by Diana Palmer

LINE OF FIREOnly one thing stood in the way of Wynn Ascot's marriage-her legal guardian, McCabe Foxe. The tough war correspondent returned from Central America with an injured leg-and with the force of a cannonball invaded her home, her life, and her heart.A hard-headed journalist, Wynn was uncharacteristically devastated by the new, disturbing feelings McCabe aroused. But he was a man who made no commitments and asked for none. With Wynn it was all or nothing, and though her heart had already been captured, the surrender would have to be on her terms.

Roommates

by Katherine Stone

When Carrie arrived as a wide-eyed freshman at Stanford University, she thought she knew what to expect. After all, she was the golden girl, one in a long line of her family to attend the hallowed school. But no one could have prepared her for the monumental changes she would face when she met her new circle of friends. For once their lives intertwined with one another and became woven into the tapestry of the times, they would never be the same. ...

Roommates and Dorm Life

by Adams Media

Get ready for the best years of your life! College Survival: Roommates and Dorm Life contains everything you need to know about living with a new person. With advice from the realities of dorm life, making contact with your roommate, settling disputes, and the importance of keeping a clean room, you'll have a great first semester-and maybe even a life-long friendship!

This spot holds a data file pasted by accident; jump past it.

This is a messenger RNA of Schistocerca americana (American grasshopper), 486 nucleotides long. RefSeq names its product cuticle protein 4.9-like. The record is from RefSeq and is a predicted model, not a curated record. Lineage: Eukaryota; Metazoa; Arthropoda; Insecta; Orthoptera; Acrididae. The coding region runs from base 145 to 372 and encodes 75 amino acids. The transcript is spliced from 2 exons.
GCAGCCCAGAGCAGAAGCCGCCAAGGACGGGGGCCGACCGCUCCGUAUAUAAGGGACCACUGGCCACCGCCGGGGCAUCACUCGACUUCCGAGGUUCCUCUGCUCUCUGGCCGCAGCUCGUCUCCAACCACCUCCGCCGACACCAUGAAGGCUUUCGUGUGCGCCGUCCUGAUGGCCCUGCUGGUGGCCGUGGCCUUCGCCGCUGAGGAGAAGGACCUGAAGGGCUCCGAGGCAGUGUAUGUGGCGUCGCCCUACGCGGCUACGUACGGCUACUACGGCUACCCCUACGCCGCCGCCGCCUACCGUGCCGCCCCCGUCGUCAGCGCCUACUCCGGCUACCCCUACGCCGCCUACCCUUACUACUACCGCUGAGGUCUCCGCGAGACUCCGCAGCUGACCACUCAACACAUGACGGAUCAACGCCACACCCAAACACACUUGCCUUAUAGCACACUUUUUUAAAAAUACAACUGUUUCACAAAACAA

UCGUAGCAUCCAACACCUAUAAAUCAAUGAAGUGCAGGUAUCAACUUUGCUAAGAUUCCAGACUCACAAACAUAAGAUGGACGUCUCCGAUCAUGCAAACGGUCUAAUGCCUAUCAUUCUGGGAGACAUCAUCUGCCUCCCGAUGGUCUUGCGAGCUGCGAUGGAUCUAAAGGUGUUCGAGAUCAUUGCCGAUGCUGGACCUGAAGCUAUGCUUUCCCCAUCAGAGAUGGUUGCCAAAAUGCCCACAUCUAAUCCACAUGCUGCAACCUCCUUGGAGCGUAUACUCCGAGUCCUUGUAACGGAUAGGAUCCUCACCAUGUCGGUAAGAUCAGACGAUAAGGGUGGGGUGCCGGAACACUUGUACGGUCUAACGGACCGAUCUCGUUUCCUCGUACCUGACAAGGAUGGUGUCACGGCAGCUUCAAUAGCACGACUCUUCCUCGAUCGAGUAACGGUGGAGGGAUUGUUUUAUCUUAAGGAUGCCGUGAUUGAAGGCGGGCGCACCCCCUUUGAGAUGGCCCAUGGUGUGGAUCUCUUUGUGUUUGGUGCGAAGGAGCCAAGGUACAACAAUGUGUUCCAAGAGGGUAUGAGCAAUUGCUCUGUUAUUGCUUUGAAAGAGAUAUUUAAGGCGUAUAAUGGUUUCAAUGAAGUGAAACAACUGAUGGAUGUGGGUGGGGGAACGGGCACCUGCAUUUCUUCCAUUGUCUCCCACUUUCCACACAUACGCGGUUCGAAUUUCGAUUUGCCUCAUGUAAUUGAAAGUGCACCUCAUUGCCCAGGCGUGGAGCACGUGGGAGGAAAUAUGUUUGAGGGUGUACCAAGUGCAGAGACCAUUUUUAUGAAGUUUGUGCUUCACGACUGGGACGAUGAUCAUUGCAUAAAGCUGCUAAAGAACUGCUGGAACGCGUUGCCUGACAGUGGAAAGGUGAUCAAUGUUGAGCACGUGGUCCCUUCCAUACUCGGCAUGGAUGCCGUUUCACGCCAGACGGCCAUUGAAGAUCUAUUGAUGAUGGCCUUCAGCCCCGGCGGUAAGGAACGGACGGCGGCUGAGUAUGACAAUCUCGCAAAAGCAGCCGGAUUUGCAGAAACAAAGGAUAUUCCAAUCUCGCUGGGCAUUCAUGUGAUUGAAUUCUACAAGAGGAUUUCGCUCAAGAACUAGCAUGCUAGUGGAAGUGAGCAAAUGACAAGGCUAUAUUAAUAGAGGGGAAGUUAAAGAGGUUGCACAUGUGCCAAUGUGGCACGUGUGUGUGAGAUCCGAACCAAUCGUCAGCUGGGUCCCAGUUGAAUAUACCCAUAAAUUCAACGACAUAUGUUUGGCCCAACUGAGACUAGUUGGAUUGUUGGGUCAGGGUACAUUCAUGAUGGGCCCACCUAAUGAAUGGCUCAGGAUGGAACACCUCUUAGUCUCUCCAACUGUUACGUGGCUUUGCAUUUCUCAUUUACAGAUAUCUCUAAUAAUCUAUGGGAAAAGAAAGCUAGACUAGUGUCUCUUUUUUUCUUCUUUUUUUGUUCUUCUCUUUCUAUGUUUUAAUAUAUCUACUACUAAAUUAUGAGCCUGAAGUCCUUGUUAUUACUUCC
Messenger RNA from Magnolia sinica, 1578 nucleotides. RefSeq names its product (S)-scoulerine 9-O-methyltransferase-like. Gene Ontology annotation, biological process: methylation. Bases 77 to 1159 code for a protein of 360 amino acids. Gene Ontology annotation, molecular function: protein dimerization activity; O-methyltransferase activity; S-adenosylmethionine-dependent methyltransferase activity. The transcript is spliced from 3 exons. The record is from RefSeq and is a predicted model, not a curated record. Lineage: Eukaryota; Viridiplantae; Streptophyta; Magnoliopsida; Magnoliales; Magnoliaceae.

Roommates and Dorm Life

by Adams Media

Get ready for the best years of your life! College Survival: Roommates and Dorm Life contains everything you need to know about living with a new person. With advice from the realities of dorm life, making contact with your roommate, settling disputes, and the importance of keeping a clean room, you'll have a great first semester-and maybe even a life-long friendship!

Rooms

by Lauren Oliver

After a number of highly acclaimed New York Times bestsellers, including the Delirium trilogy and the standalone novels Before I Fall and Panic, Lauren Oliver returns with a spellbinding tale that confirms her place as one of our finest storytellers. Fueled by the same inspired feel for plot and character that drew readers to Oliver's earlier works, Rooms is a mesmerizing and suspenseful story of guilt, love, and family secrets.Estranged patriarch Richard Walker has died, leaving behind a country house full of rooms packed with the detritus of a lifetime. His alienated family--bitter ex-wife Caroline, troubled teenage son Trenton, and unforgiving daughter Minna--have arrived for their inheritance.But the Walkers are not alone. Alice and Sandra, two long-dead and restless ghosts, linger within the house's claustrophobic walls, bound eternally to its physical structure. Jostling for space and memory, they observe the family, trading barbs and reminiscences about their past lives. Though their voices cannot be heard, Alice and Sandra speak through the house itself--in the hiss of the radiator, a creak in the stairs, the dimming of a lightbulb.The living and dead are haunted by painful truths that surface with explosive force. When a new ghost appears, and Trenton begins to communicate with her, the spirit and human worlds collide--with cataclysmic results. Elegantly constructed and brilliantly paced, Rooms is an enticing and imaginative ghost story and a searing family drama that is as haunting as it is resonant.